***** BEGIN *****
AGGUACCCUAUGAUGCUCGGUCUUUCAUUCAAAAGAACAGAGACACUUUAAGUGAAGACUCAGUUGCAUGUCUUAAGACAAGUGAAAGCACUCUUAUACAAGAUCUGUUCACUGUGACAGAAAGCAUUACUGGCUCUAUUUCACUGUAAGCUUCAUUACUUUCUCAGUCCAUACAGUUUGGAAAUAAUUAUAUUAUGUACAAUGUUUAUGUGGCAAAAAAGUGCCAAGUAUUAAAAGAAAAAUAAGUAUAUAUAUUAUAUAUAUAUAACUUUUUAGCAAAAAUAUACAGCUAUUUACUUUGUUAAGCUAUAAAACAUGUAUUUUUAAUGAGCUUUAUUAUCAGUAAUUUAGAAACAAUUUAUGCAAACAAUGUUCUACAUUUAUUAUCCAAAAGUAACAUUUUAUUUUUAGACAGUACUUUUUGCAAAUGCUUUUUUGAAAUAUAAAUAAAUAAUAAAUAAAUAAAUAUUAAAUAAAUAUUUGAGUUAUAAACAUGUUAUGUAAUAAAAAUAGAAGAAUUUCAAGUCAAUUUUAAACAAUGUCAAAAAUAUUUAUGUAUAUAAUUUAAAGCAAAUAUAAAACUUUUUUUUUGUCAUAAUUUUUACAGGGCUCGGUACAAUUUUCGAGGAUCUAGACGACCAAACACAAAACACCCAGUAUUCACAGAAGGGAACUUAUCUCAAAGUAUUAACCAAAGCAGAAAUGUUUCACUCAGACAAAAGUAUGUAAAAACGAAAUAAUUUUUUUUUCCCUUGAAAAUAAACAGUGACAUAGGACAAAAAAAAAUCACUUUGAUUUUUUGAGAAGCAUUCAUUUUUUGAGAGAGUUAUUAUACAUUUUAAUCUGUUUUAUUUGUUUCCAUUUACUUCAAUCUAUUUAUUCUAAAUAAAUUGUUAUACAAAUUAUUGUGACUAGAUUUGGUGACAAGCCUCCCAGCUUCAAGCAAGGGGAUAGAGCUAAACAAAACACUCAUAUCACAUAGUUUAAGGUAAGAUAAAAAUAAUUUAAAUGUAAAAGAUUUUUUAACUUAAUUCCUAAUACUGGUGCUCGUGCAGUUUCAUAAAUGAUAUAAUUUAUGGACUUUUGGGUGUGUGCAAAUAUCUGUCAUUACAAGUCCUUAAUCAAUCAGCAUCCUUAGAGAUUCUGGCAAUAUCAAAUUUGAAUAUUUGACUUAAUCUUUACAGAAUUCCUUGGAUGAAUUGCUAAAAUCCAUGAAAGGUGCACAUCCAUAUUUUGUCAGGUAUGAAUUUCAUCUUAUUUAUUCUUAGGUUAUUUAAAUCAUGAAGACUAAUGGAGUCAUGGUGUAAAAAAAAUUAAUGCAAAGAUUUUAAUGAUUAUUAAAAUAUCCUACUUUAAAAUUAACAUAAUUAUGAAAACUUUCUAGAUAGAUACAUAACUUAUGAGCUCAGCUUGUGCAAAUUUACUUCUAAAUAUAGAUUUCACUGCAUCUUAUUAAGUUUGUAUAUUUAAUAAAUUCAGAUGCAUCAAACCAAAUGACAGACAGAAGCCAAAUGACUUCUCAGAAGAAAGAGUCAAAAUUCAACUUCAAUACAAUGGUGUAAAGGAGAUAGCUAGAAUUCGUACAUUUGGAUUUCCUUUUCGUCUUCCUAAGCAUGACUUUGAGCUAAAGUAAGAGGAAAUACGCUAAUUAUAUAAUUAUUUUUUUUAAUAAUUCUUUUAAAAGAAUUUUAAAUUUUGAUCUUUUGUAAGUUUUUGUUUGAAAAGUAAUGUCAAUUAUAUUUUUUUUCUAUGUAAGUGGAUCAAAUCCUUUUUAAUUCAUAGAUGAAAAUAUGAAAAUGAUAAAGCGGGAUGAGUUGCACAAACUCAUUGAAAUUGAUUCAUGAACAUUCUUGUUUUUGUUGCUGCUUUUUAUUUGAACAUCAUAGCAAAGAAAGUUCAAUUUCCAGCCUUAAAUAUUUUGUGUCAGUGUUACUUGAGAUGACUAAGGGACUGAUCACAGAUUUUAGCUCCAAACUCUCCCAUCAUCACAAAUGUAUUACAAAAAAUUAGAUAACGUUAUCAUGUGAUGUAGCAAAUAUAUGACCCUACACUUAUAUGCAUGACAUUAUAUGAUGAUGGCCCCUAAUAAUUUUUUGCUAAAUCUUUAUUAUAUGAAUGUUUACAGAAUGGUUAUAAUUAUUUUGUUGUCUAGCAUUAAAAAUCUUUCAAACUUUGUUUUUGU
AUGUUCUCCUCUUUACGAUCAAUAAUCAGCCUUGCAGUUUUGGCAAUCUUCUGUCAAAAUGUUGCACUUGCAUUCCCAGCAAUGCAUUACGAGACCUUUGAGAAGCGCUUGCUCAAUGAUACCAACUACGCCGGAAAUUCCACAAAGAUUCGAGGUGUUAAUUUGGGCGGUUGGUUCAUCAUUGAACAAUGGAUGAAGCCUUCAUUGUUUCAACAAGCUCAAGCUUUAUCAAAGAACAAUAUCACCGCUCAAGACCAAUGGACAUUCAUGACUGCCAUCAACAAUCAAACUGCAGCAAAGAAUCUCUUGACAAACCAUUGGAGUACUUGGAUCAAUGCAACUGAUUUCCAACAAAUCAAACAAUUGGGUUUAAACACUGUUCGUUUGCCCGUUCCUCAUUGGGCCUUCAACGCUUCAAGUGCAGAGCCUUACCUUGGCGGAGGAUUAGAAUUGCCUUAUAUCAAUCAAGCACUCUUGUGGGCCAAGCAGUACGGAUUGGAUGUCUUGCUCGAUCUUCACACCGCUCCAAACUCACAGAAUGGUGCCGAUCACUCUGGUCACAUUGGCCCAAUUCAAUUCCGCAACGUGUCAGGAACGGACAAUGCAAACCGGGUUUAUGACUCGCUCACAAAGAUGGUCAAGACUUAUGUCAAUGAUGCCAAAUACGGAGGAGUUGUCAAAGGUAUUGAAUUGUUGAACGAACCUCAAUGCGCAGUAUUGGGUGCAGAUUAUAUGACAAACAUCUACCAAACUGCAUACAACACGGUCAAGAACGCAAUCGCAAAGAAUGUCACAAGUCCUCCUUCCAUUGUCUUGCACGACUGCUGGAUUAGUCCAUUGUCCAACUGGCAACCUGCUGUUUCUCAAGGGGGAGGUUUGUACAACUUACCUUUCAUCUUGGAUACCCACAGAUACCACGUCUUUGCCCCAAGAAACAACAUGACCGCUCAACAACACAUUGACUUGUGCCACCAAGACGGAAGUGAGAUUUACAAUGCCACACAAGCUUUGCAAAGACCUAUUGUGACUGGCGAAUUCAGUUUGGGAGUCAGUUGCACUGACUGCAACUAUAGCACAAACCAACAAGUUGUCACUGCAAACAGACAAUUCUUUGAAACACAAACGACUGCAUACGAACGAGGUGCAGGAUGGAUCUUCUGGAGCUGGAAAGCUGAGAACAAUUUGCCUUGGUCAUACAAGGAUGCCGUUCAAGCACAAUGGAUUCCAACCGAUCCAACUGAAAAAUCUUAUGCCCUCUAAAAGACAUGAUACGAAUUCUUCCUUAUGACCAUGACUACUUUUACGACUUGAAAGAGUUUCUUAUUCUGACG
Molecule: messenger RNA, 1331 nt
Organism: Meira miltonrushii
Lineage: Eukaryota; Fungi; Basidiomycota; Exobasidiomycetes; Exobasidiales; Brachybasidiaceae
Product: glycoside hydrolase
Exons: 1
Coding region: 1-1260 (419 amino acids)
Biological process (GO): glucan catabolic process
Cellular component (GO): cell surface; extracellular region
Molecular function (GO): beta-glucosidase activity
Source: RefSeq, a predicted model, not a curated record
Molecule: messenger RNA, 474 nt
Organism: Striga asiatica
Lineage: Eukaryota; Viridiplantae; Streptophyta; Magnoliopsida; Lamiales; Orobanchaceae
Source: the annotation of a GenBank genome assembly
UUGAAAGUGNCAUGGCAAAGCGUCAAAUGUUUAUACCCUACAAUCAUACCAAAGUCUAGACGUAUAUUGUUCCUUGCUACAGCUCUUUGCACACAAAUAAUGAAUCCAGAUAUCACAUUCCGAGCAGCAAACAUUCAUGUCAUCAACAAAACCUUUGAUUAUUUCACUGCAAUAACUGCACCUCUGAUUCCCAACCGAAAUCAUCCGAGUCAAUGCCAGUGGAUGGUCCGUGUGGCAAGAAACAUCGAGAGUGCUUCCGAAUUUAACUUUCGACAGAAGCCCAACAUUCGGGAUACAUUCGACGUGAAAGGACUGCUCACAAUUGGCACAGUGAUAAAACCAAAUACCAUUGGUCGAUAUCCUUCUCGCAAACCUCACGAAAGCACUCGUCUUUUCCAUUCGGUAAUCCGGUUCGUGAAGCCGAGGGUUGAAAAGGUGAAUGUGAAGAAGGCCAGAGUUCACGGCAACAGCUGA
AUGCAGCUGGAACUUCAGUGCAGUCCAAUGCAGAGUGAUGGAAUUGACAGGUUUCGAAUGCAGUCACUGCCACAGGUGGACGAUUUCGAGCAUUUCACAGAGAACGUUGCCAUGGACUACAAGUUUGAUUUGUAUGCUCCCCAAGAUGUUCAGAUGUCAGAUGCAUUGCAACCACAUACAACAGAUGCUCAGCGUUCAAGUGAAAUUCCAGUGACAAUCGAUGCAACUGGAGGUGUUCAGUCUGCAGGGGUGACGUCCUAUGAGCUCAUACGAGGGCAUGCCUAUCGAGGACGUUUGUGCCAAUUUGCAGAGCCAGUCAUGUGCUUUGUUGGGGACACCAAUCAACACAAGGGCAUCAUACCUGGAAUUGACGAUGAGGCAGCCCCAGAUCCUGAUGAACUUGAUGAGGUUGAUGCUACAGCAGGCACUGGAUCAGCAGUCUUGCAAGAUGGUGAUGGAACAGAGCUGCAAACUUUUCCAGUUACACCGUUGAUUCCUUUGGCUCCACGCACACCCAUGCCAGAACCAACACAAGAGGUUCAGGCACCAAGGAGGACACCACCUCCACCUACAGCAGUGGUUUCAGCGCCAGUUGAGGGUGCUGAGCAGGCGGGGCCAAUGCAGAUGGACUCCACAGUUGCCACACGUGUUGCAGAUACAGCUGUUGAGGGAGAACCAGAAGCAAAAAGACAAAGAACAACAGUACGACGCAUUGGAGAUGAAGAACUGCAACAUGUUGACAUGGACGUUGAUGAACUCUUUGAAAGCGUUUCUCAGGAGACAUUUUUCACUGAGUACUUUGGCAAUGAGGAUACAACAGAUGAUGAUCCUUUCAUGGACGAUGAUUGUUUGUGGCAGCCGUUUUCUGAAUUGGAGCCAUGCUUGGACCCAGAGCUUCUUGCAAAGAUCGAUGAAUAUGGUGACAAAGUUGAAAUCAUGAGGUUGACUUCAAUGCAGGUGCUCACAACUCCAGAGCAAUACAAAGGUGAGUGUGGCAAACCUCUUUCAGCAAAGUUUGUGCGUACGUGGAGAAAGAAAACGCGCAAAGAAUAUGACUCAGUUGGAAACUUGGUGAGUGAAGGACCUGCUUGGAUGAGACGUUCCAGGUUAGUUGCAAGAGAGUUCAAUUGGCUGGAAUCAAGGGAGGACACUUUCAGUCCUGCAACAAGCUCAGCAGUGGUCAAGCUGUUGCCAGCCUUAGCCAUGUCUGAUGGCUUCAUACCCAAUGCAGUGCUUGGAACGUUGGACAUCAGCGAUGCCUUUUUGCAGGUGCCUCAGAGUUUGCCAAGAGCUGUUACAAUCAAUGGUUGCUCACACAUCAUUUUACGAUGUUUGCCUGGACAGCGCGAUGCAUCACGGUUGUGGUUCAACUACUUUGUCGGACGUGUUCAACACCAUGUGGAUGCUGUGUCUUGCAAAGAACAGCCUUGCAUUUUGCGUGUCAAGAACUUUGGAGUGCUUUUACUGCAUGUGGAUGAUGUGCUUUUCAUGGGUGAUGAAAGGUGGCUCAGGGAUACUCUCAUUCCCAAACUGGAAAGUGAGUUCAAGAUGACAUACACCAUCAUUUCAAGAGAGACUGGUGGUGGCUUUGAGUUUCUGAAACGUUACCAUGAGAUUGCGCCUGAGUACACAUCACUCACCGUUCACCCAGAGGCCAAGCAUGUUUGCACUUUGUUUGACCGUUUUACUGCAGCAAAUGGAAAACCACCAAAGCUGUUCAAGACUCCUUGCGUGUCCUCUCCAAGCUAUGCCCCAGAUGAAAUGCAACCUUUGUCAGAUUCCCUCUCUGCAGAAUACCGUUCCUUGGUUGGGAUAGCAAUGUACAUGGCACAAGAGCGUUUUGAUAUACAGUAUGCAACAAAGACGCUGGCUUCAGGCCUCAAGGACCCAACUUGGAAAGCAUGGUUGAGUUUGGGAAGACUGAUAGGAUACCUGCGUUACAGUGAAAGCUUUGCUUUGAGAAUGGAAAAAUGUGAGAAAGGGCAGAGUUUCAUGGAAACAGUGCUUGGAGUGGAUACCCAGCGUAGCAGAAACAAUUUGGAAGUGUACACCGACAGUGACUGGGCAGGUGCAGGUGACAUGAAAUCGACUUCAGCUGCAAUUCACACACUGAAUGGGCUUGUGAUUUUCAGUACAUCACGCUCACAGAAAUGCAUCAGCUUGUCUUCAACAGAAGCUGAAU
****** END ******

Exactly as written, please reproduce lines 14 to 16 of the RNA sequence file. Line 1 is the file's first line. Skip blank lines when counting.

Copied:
Organism: Striga asiatica
Lineage: Eukaryota; Viridiplantae; Streptophyta; Magnoliopsida; Lamiales; Orobanchaceae
Source: the annotation of a GenBank genome assembly